Where’s The ‘Community’ In HCDA?

The public interest and government-and-business interests are not one and the same, but it seems to be harder and harder for the public interest to be heard.

Government and businesses have staffs of attorneys and researchers to present their cases. John and Mary Citizen do not. They can’t afford it, and they’re people who work and mind children and cannot attend a series of hearings.


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John Radcliffe

So, for instance, it’s meaningless to offer quasi-judicial hearings on all those Kakaako development issues before Hawaii Community Development Authority (HCDA). John and Mary might be able to attend one hearing, but they’d be like a traffic-case defendant trying to do an acceptable court appearance against an experienced prosecutor. Sorry, guilty as charged. In the HCDA cases, sorry, but the government and the developer made better arguments.

What happened to the “community” in HCDA?

I don’t have a problem with using Kakaako as a living center downtown along the new rail line. But why isn’t it done with visionary architects and planners rather than the show-me-the-money crowd?

There’s more profit interests at play here than visionaries.

A family member of the Mitsunaga & Associates engineering firm sits on HCDA. So does the owner of a Kobayashi Group subsidiary business. Their “expertise” is cited as the reason.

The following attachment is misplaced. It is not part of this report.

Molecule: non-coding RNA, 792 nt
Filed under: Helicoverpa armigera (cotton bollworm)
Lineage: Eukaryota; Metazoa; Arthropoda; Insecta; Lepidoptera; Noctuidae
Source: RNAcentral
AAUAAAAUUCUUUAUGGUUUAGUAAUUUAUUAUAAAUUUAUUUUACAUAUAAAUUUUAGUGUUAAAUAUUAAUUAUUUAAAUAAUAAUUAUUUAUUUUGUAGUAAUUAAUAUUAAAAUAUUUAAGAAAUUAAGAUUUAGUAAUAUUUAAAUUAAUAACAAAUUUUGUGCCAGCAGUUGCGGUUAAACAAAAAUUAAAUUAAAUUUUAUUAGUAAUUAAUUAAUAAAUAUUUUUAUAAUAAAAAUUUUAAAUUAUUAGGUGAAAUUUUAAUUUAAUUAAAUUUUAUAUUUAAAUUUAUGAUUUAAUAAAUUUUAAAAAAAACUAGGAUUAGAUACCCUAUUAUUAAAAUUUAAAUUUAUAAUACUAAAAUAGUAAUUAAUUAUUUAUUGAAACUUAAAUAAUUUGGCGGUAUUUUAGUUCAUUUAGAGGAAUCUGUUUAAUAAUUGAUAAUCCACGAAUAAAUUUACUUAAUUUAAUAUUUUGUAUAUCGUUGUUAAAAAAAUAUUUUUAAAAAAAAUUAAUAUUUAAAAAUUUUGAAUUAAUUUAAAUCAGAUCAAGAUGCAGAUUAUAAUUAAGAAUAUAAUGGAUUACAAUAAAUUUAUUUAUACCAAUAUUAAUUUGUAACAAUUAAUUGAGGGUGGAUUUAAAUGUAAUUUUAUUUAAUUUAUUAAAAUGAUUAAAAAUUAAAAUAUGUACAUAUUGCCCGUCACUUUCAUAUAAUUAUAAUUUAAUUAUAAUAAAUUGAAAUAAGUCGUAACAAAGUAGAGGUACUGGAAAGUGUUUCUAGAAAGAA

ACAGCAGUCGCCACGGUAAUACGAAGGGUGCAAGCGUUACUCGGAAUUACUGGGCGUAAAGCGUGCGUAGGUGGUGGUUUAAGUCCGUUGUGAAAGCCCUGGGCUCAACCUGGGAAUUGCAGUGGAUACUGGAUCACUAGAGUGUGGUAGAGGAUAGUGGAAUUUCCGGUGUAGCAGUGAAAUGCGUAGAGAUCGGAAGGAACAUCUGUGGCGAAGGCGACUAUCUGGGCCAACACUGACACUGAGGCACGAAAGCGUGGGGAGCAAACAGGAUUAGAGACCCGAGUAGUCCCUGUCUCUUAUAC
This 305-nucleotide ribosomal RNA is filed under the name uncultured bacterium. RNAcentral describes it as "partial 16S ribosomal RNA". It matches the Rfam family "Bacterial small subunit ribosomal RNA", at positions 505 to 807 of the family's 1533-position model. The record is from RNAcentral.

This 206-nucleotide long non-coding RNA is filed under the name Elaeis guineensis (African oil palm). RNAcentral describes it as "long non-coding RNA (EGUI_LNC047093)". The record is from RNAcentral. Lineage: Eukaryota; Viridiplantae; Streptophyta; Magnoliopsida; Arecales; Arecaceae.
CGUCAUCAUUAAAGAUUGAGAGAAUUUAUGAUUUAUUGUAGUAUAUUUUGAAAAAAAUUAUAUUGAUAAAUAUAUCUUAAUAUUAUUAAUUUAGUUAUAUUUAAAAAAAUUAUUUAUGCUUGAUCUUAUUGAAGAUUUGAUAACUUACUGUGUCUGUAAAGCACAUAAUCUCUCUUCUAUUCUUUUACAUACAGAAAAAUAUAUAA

Even if John and Mary Citizen had the expertise to sit on HCDA, would they have the time?

No. The Mitsunaga daughter is going to be given the time because Mitsunaga’s business interests coincide.

The open-space allowance I’ve seen so far is ridiculous. Open space means parks and substantial separation between concrete-and-steel towers.

When citizens see space and height limitations overridden so developers can make a better profit, they lose faith in the process. They figure their governor is playing to his campaign contributors.

Also, many citizens have given up hope on a voice in decisions by the Legislature. Most haven’t got the time or the talent to make a persuasive case at a hearing. Lobbyists such as John Radcliffe and Red Morris can pop into lawmakers’ offices daily. Most of you? You’d probably not get beyond a door-front secretary.

That’s the problem with representative democracy. We elect our voices in the Legislature. But he or she spends more time with Radcliffe and Morris than with us.

It’s a shame we’ve gotten too big to still have Town Hall meetings, Vermont style, for community decisions.

I’ve always found that John and Mary Citizen, regardless of education levels, have a pretty decent handle on what’s good and bad for us.

We’ve moved most of the decision making into the hands of government bureaucrats and business interests.

What a place! A 450-foot building-height limitation is only a maybe. A judge found by the state Bar Association to be “unqualified” is seated on the Supreme Court. And the Public Utilities Commission chairwoman ran an illegal bread-and-breakfast on state conservation land.